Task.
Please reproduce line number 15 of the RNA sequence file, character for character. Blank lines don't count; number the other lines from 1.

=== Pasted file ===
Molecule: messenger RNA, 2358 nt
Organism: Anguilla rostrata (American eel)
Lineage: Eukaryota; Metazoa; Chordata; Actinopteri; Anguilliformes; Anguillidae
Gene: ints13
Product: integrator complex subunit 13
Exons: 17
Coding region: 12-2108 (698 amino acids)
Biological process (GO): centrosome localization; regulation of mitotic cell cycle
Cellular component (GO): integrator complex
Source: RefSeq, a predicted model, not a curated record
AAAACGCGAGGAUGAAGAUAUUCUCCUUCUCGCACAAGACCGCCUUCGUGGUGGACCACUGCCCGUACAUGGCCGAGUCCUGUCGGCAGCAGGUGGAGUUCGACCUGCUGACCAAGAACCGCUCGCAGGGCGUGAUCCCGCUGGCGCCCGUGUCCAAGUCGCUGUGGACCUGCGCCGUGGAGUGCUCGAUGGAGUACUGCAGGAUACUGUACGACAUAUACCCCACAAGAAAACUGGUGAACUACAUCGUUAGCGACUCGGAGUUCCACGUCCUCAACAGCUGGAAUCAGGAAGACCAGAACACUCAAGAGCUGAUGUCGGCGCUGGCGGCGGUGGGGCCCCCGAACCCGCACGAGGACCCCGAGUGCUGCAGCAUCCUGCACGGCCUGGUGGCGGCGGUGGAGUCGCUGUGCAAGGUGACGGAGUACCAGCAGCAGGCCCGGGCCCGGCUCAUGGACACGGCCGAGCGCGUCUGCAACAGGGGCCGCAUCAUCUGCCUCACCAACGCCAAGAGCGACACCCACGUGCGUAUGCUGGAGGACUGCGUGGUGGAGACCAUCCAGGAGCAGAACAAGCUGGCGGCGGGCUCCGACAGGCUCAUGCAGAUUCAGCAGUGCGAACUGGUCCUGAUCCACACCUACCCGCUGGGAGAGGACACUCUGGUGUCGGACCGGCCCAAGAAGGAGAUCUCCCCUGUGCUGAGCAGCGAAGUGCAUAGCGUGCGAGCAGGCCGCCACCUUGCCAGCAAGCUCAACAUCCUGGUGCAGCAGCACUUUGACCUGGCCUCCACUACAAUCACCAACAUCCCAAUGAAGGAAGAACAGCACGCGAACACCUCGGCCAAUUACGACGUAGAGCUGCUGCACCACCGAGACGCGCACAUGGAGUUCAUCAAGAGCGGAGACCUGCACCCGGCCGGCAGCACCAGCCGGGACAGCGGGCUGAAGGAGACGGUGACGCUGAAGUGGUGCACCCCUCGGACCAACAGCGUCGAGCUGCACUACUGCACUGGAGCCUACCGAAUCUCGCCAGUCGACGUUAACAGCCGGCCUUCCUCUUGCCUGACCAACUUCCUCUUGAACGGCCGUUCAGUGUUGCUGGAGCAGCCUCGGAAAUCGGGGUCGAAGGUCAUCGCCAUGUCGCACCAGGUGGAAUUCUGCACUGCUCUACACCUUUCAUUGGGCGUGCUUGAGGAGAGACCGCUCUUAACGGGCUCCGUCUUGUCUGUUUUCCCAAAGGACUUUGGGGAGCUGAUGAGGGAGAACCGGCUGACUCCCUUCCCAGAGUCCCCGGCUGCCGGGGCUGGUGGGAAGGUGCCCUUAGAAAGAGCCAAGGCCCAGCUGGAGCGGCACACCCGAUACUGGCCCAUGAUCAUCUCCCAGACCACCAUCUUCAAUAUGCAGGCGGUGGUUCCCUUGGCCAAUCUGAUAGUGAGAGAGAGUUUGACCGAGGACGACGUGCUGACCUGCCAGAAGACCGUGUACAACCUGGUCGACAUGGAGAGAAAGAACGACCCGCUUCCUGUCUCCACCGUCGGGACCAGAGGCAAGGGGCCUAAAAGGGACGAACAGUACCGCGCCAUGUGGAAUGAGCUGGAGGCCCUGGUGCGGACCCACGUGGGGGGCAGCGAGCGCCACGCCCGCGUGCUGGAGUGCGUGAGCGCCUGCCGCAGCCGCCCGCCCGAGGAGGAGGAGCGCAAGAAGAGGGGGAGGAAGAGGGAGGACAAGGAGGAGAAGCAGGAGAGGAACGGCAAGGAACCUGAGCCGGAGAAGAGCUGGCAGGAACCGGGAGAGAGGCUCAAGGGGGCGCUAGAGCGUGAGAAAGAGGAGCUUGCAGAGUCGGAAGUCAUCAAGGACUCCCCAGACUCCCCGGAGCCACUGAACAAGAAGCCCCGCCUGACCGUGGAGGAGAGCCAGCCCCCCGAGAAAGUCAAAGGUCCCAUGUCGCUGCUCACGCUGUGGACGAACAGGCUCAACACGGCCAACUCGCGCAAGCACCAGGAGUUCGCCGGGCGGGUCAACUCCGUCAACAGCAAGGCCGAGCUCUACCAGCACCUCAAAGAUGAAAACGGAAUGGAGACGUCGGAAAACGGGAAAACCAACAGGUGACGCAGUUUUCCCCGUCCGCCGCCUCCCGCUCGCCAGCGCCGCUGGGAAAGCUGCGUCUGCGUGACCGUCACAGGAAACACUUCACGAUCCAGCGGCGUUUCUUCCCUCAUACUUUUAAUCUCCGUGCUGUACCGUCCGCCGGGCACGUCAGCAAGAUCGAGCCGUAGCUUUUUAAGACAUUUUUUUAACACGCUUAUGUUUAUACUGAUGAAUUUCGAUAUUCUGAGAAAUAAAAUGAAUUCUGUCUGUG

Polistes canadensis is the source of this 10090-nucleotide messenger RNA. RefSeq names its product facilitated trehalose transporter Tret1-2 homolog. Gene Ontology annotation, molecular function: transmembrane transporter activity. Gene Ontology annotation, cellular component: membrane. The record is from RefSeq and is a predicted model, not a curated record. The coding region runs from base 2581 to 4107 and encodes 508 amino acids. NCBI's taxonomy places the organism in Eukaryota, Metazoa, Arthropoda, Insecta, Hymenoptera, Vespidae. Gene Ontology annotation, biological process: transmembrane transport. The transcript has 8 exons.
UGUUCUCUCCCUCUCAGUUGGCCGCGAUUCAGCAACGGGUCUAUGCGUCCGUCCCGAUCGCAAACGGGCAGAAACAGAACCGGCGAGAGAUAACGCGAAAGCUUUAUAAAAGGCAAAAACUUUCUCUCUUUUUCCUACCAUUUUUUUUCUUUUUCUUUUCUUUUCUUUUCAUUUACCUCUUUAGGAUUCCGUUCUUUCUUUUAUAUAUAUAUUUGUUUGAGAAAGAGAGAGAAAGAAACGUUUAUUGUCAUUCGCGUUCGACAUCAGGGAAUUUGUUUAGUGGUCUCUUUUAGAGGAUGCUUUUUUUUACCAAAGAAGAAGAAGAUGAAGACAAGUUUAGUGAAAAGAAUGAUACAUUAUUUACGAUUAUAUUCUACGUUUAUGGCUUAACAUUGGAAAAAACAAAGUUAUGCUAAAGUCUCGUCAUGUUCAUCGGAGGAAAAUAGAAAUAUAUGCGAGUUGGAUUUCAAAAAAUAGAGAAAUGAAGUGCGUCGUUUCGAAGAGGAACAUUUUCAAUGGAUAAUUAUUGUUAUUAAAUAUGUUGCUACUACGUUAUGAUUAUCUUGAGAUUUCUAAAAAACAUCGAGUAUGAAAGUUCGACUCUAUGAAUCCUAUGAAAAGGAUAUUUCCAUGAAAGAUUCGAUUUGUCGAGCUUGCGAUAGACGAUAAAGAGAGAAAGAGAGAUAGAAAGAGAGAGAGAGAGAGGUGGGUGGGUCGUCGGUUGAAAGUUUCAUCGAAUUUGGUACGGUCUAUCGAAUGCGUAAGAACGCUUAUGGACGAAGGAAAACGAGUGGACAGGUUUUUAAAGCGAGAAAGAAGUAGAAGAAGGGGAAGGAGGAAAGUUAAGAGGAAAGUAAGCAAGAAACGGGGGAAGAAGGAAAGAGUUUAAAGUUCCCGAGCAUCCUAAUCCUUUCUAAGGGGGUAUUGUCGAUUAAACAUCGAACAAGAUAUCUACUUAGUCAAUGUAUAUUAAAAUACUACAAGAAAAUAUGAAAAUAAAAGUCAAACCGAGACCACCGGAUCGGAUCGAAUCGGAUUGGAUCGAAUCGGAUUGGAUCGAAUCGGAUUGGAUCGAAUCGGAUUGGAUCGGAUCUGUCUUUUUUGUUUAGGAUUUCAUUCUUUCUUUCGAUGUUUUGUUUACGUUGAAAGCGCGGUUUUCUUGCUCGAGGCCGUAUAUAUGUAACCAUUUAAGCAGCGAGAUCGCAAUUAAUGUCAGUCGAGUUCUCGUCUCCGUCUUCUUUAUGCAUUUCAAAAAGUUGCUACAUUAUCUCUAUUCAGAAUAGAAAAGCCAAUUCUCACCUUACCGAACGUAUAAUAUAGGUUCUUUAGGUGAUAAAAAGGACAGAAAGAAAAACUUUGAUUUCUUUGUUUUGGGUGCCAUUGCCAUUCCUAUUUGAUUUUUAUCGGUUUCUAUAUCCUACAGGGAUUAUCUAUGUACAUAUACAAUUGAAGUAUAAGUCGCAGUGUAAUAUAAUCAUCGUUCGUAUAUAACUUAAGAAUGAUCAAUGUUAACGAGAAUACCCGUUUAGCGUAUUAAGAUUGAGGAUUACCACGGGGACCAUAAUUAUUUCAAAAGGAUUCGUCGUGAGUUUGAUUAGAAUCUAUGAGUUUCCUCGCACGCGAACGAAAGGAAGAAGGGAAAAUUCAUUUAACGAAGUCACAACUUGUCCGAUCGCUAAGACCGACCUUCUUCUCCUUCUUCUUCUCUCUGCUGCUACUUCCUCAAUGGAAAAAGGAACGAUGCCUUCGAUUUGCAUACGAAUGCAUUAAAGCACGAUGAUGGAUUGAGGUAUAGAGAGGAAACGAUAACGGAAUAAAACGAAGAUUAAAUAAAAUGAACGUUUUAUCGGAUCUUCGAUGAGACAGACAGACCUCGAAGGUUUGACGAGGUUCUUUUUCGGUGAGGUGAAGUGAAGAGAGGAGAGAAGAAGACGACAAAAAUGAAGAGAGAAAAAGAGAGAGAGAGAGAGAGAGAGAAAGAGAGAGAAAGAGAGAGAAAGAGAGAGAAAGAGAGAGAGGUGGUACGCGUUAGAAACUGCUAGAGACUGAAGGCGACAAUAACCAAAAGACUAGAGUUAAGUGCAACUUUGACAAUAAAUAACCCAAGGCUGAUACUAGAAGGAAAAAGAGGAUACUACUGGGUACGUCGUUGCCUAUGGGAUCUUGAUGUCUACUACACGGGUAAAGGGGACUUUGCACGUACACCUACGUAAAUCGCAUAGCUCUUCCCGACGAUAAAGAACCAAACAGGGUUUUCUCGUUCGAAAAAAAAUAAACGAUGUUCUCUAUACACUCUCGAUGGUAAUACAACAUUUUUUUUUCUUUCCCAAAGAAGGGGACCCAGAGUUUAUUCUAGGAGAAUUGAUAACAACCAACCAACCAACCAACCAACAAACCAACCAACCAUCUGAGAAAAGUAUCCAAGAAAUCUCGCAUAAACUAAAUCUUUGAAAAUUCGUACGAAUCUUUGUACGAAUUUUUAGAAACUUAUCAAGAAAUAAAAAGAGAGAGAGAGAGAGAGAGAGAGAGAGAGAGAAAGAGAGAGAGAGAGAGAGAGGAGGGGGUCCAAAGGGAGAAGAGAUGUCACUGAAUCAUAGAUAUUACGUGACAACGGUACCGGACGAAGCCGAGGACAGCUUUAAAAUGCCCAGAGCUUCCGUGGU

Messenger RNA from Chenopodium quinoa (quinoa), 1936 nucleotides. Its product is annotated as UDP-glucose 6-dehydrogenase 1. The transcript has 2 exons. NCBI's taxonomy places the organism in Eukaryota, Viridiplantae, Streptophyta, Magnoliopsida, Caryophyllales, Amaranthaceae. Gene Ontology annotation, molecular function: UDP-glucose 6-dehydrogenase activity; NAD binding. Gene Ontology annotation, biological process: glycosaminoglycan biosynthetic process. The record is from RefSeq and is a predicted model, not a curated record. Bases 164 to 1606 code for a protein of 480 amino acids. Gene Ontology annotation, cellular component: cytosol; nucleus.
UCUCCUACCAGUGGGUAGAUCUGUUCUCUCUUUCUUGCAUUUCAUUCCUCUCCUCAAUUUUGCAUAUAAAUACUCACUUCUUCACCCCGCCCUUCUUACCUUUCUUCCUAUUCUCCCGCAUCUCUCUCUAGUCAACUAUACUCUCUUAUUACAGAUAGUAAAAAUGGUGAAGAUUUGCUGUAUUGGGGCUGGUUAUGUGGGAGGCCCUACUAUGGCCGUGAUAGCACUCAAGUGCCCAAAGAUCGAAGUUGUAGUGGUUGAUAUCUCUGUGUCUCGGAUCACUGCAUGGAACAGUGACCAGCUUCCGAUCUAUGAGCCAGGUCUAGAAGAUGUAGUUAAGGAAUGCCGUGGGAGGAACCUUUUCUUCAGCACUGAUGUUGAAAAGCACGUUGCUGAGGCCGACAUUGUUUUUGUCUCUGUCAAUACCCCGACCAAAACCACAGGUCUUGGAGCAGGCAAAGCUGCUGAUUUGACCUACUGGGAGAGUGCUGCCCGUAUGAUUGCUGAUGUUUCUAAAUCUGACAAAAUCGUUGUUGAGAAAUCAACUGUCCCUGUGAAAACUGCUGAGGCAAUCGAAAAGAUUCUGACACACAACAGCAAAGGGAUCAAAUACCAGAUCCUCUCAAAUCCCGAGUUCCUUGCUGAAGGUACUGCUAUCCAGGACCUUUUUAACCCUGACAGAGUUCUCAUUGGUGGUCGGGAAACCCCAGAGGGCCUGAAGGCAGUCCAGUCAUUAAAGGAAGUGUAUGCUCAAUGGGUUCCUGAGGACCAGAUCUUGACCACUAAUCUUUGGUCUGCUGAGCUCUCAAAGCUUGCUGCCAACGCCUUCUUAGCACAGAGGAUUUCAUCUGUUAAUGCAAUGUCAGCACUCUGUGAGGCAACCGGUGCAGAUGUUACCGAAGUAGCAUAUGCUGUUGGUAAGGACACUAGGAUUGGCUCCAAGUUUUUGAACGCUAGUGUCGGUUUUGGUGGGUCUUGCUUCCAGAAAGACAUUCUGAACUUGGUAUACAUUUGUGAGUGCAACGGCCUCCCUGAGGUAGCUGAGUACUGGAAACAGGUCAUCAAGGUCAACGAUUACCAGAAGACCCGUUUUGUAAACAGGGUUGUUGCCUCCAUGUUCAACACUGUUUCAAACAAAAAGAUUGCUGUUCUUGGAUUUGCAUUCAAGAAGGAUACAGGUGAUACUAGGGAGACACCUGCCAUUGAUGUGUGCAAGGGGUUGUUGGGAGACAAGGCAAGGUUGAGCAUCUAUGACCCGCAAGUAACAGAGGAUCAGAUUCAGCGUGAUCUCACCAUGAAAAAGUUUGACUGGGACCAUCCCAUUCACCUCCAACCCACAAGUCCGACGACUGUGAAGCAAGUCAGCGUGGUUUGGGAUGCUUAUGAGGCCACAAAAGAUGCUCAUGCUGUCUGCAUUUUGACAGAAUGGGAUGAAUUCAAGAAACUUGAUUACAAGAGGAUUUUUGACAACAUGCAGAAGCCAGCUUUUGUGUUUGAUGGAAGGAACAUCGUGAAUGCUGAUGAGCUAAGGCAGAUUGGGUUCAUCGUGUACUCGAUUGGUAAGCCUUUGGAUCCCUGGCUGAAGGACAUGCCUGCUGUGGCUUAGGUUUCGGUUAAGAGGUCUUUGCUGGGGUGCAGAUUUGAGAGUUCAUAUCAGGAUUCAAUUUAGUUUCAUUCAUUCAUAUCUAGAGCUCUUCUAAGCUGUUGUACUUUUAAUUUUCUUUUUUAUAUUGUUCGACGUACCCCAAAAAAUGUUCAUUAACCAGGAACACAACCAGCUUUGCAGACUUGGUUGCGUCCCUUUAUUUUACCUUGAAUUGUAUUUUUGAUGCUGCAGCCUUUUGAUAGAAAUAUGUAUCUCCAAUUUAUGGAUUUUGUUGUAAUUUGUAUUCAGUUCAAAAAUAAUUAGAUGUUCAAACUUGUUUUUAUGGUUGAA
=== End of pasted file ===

UCUCCUACCAGUGGGUAGAUCUGUUCUCUCUUUCUUGCAUUUCAUUCCUCUCCUCAAUUUUGCAUAUAAAUACUCACUUCUUCACCCCGCCCUUCUUACCUUUCUUCCUAUUCUCCCGCAUCUCUCUCUAGUCAACUAUACUCUCUUAUUACAGAUAGUAAAAAUGGUGAAGAUUUGCUGUAUUGGGGCUGGUUAUGUGGGAGGCCCUACUAUGGCCGUGAUAGCACUCAAGUGCCCAAAGAUCGAAGUUGUAGUGGUUGAUAUCUCUGUGUCUCGGAUCACUGCAUGGAACAGUGACCAGCUUCCGAUCUAUGAGCCAGGUCUAGAAGAUGUAGUUAAGGAAUGCCGUGGGAGGAACCUUUUCUUCAGCACUGAUGUUGAAAAGCACGUUGCUGAGGCCGACAUUGUUUUUGUCUCUGUCAAUACCCCGACCAAAACCACAGGUCUUGGAGCAGGCAAAGCUGCUGAUUUGACCUACUGGGAGAGUGCUGCCCGUAUGAUUGCUGAUGUUUCUAAAUCUGACAAAAUCGUUGUUGAGAAAUCAACUGUCCCUGUGAAAACUGCUGAGGCAAUCGAAAAGAUUCUGACACACAACAGCAAAGGGAUCAAAUACCAGAUCCUCUCAAAUCCCGAGUUCCUUGCUGAAGGUACUGCUAUCCAGGACCUUUUUAACCCUGACAGAGUUCUCAUUGGUGGUCGGGAAACCCCAGAGGGCCUGAAGGCAGUCCAGUCAUUAAAGGAAGUGUAUGCUCAAUGGGUUCCUGAGGACCAGAUCUUGACCACUAAUCUUUGGUCUGCUGAGCUCUCAAAGCUUGCUGCCAACGCCUUCUUAGCACAGAGGAUUUCAUCUGUUAAUGCAAUGUCAGCACUCUGUGAGGCAACCGGUGCAGAUGUUACCGAAGUAGCAUAUGCUGUUGGUAAGGACACUAGGAUUGGCUCCAAGUUUUUGAACGCUAGUGUCGGUUUUGGUGGGUCUUGCUUCCAGAAAGACAUUCUGAACUUGGUAUACAUUUGUGAGUGCAACGGCCUCCCUGAGGUAGCUGAGUACUGGAAACAGGUCAUCAAGGUCAACGAUUACCAGAAGACCCGUUUUGUAAACAGGGUUGUUGCCUCCAUGUUCAACACUGUUUCAAACAAAAAGAUUGCUGUUCUUGGAUUUGCAUUCAAGAAGGAUACAGGUGAUACUAGGGAGACACCUGCCAUUGAUGUGUGCAAGGGGUUGUUGGGAGACAAGGCAAGGUUGAGCAUCUAUGACCCGCAAGUAACAGAGGAUCAGAUUCAGCGUGAUCUCACCAUGAAAAAGUUUGACUGGGACCAUCCCAUUCACCUCCAACCCACAAGUCCGACGACUGUGAAGCAAGUCAGCGUGGUUUGGGAUGCUUAUGAGGCCACAAAAGAUGCUCAUGCUGUCUGCAUUUUGACAGAAUGGGAUGAAUUCAAGAAACUUGAUUACAAGAGGAUUUUUGACAACAUGCAGAAGCCAGCUUUUGUGUUUGAUGGAAGGAACAUCGUGAAUGCUGAUGAGCUAAGGCAGAUUGGGUUCAUCGUGUACUCGAUUGGUAAGCCUUUGGAUCCCUGGCUGAAGGACAUGCCUGCUGUGGCUUAGGUUUCGGUUAAGAGGUCUUUGCUGGGGUGCAGAUUUGAGAGUUCAUAUCAGGAUUCAAUUUAGUUUCAUUCAUUCAUAUCUAGAGCUCUUCUAAGCUGUUGUACUUUUAAUUUUCUUUUUUAUAUUGUUCGACGUACCCCAAAAAAUGUUCAUUAACCAGGAACACAACCAGCUUUGCAGACUUGGUUGCGUCCCUUUAUUUUACCUUGAAUUGUAUUUUUGAUGCUGCAGCCUUUUGAUAGAAAUAUGUAUCUCCAAUUUAUGGAUUUUGUUGUAAUUUGUAUUCAGUUCAAAAAUAAUUAGAUGUUCAAACUUGUUUUUAUGGUUGAA